Please don’t hate me for saying so, but the Mazda CX-5 is one of the dullest cars on the road.
In terms of styling, performance and technology, it’s just … plain. No fireworks. No fanfare. No drama.
No one is going to slide up to you at a red light and say, “Hey, man, is that the new CX-5?” No one is going to stop you in the parking lot at Ralphs and said, “Wow. Is that yours?” If you dine at Catch or Bestia, the valet guys won’t park it out front with the hot cars.
That’s not necessarily a bad thing. Boring isn’t bad. No drama can mean no problems.
Though there may not be any reason to fall calamitously in love with this car, there’s also nothing not to like about it. The CX-5 works.
The 2017 CX-5, a second iteration of the successful SUV, is all new, Mazda says, and not just a simple makeover.
On sale since March, it features a reengineered and redesigned chassis, body, interior and exterior, and now comes with some fancy upgrades. Upper trim level vehicles can be had with a heated steering wheel, power liftgate, reclining rear seats and heated front and rear seats — not something you’d care about in California during the summer, but a relative rarity in affordable vehicles.
Upper trim levels also come with helpful safety technology, like lane departure warning, blind spot monitoring and more sophisticated braking assist features.
(They’re part of the reason the Institute for Highway Safety gave the 2017 CX-5 its highest “Top Safety Pick+” rating this week.)
The Grand touring vehicle, with the premium options package, also includes a very good adaptive cruise control system — Mazda calls it “Radar Cruise Control” — and a head-up display that includes traffic sign recognition.
A rear-view camera is standard on all models, as is the head-up display without traffic sign recognition.
It’s fun — and easy — to drive. Around town, the 2.5-liter engine, which makes 187 horsepower and 185 pound feet of torque and is the same power plant found in the Mazda6 sedan, made the CX-5 scoot with confidence.
The front-wheel-drive system was nice and grabby — the car is also available in an all-wheel-drive configuration — and had a nice, planted feel.
The short wheel base and great visibility made it easy to park. The seats felt comfortable, and everything in the driver cockpit was sensibly placed and easy to reach.
On the freeway, though, I experienced more tire noise than I like, while the car tracked confidently and held its own in fast-moving traffic.
I didn’t do any long-distance driving, but the 60-cubic-foot storage capacity made me wish I was headed out of town. The back seats fold flat with the push of a button to create room for the mountain bike, cooler, tent and sleeping bag. Mammoth, anyone?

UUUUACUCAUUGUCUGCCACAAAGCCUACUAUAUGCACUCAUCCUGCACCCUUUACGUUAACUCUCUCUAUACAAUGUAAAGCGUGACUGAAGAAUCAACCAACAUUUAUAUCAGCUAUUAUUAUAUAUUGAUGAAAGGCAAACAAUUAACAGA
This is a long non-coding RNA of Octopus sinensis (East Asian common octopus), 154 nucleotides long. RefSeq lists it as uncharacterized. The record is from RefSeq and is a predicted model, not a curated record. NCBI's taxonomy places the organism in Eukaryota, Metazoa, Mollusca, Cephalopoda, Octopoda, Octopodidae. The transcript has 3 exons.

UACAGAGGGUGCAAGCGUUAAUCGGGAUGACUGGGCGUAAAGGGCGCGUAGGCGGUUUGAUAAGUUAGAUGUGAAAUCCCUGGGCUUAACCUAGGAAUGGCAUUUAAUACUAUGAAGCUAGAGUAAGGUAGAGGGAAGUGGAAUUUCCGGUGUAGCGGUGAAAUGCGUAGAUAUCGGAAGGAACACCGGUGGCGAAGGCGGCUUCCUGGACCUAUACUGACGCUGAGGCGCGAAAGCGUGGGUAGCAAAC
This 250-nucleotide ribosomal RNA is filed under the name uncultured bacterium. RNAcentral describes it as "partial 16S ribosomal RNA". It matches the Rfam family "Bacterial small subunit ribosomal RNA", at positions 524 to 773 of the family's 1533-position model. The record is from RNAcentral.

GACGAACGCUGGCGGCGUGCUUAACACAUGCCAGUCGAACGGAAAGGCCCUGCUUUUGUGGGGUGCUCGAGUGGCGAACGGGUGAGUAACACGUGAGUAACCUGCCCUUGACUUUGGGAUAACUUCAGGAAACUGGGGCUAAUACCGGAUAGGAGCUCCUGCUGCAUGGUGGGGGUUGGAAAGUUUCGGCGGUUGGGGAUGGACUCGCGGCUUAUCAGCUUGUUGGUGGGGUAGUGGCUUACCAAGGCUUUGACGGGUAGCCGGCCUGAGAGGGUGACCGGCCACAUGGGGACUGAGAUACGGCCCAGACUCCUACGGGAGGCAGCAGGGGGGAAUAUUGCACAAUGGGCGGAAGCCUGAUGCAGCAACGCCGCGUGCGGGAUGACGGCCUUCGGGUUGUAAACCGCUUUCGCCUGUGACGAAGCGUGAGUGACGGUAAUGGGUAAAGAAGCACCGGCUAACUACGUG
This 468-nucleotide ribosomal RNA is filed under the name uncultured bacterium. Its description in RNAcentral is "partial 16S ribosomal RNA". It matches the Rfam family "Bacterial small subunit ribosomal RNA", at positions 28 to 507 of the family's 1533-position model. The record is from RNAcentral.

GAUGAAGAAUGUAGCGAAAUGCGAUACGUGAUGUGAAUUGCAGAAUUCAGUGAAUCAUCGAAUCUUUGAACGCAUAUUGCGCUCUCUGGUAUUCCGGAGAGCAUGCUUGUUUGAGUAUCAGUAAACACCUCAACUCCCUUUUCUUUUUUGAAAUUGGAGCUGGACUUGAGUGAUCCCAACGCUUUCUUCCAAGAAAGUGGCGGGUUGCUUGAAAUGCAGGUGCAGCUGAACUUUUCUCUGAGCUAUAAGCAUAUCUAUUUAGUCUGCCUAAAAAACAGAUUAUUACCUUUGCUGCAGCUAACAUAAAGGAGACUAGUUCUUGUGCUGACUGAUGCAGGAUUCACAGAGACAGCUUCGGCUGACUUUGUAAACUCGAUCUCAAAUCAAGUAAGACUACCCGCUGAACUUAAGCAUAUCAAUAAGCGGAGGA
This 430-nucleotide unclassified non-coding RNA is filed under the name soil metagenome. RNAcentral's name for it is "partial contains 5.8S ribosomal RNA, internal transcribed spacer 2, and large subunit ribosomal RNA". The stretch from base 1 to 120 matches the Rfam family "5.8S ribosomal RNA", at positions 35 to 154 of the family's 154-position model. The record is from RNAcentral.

The upgrades and the refreshed design seem to be working.
Mazda reported recently that 57,077 CX-5s had been sold in North America this year through the end of June — up 10% over the same six-month period last year. That puts this SUV well ahead of the roughly 39,834 CX-3s sold during that time, and makes the CX-5 the company’s best-selling vehicle.
Those numbers aren’t massive when measured against comparable compact SUVs. Honda sold 187,256 CR-Vs during the same period, while Toyota sold 184,766 RAV4s.
But they’re important to Mazda. The company’s North American year-to-date car sales, at the end of June, were off almost 20%. But year-to-date SUV sales, led by the CX-5, were up 18.5%.
The CX-5, like all of Mazda’s vehicles, is priced to move. An entry-level model can be had for as little as $24,985. The Grand Touring trim level starts at $30,335, and the one I drove cost $32,785.
The low price, and the company’s current “Driving Matters” advertising campaign, won’t be enough to lure some car shoppers who are looking for more comfort, more styling or more horsepower.
But, really, how much of that stuff does a car need? If you’re not running hot laps at Willow Springs or trying to win a Best in Show ribbon at Pebble Beach, this is a practical and unpretentious people mover.
2017 Mazda CX-5 Grand Touring FWD
Times’ take: A bland but well-built practical car
Highs: Long on price and value
Lows: Short on looks and styling
Vehicle type: Four-door, five-passenger SUV
Base price: $30,33
Price as tested: $32,785
Powertrain: 2.5-liter, 4-cylinder, gasoline engine
Transmission: 6-speed automatic
Torque: 185 pound feet
EPA fuel economy rating: 24 miles per gallon city / 31 highway / 27 combined